It can be difficult to explain pain, suffering and evil deeds to children, says Rabbi Shmuley. The September 11, 2001, terrorist attacks were an example of a tragedy that many parents had a though time talking about with their children. While many chose to guard their children from the disturbing images from September 11, Rabbi Shmuley says parents do need to talk about the attacks as well as how there is more good in the world than evil. "Children need to know, at an early age, that although there is suffering and death in the world, there is a lot more joy and health; that for every one evil person, there are a thousand very loving people," he says
Rabbi Shmuley shares advice for helping your children deal with tragedy:
Tell them that most people are good and kindhearted. "For the most part, [people] want to do the right thing," he says. "There are exceptions; there are cruel people. But they prove the exception to the rule."
Make sure they know that there is a God who loves humanity. "Sometimes we are confused as to why he is silent in the face of so many suffering," Rabbi Shmuley says. "And even so, most of the time, he is present and things work."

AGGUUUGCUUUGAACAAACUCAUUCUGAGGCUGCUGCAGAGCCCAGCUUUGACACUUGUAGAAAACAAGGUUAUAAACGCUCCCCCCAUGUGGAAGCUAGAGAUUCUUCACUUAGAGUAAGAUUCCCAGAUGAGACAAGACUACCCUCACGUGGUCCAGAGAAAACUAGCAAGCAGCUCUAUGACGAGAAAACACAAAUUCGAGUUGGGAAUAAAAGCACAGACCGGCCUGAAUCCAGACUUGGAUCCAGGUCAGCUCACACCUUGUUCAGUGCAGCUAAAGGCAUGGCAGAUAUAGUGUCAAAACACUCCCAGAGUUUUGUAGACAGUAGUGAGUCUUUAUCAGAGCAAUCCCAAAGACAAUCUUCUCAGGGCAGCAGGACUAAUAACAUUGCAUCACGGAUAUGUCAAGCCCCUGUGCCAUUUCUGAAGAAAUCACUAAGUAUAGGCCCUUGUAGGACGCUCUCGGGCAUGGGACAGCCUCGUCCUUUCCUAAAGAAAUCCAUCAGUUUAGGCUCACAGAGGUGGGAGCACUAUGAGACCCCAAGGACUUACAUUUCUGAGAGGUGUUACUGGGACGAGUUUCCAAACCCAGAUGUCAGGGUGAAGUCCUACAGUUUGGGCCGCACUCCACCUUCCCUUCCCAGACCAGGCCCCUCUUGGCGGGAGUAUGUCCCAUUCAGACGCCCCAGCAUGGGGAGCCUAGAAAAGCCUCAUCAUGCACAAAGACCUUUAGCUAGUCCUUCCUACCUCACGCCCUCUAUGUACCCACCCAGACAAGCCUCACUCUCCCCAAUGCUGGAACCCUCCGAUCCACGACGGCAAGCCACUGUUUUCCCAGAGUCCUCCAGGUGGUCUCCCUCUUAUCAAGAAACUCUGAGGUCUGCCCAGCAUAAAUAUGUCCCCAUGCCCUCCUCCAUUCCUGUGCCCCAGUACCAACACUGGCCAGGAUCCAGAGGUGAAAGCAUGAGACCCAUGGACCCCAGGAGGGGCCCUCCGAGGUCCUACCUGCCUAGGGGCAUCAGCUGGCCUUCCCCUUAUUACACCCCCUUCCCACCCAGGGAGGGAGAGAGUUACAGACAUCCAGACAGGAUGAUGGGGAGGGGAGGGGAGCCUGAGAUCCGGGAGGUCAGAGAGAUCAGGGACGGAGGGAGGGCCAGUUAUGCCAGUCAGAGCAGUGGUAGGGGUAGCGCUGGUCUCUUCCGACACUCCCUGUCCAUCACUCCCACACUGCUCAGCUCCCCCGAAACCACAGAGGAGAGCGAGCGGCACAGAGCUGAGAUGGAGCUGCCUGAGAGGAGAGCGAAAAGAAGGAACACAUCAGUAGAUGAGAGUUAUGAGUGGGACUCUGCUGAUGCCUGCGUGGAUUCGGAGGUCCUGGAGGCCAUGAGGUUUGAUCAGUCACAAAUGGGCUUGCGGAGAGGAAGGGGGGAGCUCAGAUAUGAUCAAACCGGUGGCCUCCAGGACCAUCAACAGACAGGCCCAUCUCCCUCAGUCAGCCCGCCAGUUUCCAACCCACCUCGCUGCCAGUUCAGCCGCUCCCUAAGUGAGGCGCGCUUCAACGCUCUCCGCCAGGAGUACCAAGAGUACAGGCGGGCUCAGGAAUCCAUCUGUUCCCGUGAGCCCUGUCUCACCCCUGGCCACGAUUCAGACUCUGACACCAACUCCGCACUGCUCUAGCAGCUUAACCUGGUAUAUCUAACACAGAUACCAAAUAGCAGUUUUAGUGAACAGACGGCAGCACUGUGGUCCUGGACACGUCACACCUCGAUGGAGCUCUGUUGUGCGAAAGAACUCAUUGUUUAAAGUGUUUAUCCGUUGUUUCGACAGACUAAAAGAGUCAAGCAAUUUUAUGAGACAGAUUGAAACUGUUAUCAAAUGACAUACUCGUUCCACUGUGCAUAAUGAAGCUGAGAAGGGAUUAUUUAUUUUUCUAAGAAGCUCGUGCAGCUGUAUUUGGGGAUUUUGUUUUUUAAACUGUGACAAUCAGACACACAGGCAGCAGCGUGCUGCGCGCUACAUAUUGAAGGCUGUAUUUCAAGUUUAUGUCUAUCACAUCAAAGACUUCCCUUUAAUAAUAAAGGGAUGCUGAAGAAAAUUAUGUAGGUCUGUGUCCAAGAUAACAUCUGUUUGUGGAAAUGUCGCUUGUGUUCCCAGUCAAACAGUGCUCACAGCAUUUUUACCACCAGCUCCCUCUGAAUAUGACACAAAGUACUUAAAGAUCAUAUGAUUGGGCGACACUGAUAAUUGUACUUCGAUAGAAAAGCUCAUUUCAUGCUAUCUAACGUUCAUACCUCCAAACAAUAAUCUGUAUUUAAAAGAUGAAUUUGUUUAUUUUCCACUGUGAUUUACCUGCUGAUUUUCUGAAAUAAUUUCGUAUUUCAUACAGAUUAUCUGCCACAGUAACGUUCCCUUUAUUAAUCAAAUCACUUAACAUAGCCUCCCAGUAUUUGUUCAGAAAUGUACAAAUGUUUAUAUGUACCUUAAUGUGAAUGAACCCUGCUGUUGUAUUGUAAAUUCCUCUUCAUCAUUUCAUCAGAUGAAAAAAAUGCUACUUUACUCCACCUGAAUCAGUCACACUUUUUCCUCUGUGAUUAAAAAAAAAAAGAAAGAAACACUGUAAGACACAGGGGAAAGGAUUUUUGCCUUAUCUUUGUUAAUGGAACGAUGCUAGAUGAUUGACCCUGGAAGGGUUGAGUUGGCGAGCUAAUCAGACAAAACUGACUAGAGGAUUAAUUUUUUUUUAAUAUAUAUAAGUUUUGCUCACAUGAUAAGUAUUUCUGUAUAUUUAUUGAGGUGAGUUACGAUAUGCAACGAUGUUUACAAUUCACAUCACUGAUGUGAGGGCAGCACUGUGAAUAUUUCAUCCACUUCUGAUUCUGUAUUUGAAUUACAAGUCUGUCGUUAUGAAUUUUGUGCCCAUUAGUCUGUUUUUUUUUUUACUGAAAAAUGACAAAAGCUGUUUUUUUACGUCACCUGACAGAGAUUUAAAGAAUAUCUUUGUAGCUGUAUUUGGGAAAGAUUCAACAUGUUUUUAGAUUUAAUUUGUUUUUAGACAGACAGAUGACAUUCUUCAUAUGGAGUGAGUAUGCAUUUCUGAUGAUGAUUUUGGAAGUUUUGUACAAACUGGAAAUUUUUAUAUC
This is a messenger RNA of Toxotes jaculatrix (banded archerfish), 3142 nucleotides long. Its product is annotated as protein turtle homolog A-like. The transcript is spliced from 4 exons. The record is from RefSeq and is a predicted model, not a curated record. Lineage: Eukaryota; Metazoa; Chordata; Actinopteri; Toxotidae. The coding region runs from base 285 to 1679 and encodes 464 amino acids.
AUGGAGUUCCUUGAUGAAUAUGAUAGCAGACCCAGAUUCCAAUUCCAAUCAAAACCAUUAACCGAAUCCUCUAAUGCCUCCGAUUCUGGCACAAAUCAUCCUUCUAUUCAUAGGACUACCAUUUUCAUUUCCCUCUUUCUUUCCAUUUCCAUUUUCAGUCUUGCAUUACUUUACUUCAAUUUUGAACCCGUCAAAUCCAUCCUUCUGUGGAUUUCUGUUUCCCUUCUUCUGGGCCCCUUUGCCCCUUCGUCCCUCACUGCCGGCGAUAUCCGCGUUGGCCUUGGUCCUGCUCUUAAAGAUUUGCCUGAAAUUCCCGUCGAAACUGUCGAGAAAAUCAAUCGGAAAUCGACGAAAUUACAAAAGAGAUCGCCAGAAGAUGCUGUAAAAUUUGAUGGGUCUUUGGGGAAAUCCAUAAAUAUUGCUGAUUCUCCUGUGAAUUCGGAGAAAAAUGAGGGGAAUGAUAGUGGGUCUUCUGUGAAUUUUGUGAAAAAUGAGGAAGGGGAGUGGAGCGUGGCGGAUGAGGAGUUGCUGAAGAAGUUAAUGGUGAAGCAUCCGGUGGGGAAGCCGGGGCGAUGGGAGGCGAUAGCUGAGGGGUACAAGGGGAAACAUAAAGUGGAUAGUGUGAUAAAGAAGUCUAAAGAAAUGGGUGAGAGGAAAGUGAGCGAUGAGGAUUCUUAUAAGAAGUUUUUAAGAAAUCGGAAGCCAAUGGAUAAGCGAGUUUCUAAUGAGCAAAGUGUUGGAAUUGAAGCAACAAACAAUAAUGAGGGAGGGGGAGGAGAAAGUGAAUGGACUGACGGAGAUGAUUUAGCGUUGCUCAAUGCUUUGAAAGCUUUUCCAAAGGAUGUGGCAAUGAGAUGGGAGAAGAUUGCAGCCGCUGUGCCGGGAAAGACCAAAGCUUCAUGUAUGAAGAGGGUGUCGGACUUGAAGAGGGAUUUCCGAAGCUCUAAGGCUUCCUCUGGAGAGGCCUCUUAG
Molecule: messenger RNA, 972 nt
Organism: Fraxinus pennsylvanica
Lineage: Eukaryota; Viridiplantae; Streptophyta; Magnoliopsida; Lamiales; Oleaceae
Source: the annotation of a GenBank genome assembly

Point out the angels among us. Rabbi Shmuley says it is important to acknowledge doctors and nurses who rush to heal us and friends who rush to comfort us.
Help them see that tragedy is also anopportunity to help others. When a family from his children's school was killed in a fire, Rabbi Shmuley encouraged his children to participate in a charity drive for a memorial fund set up in the children's names. "Because our children could do something in response to the tragedy, they didn't feel helpless and they had hope," he says.
"We can't always shelter our children from the tragedies and evil in this world, but we can teach them that they can always light a candle against the darkness. One good deed performed in the wake of a terrible occurrence is already one giant step toward filling the world with light and making things brighter. "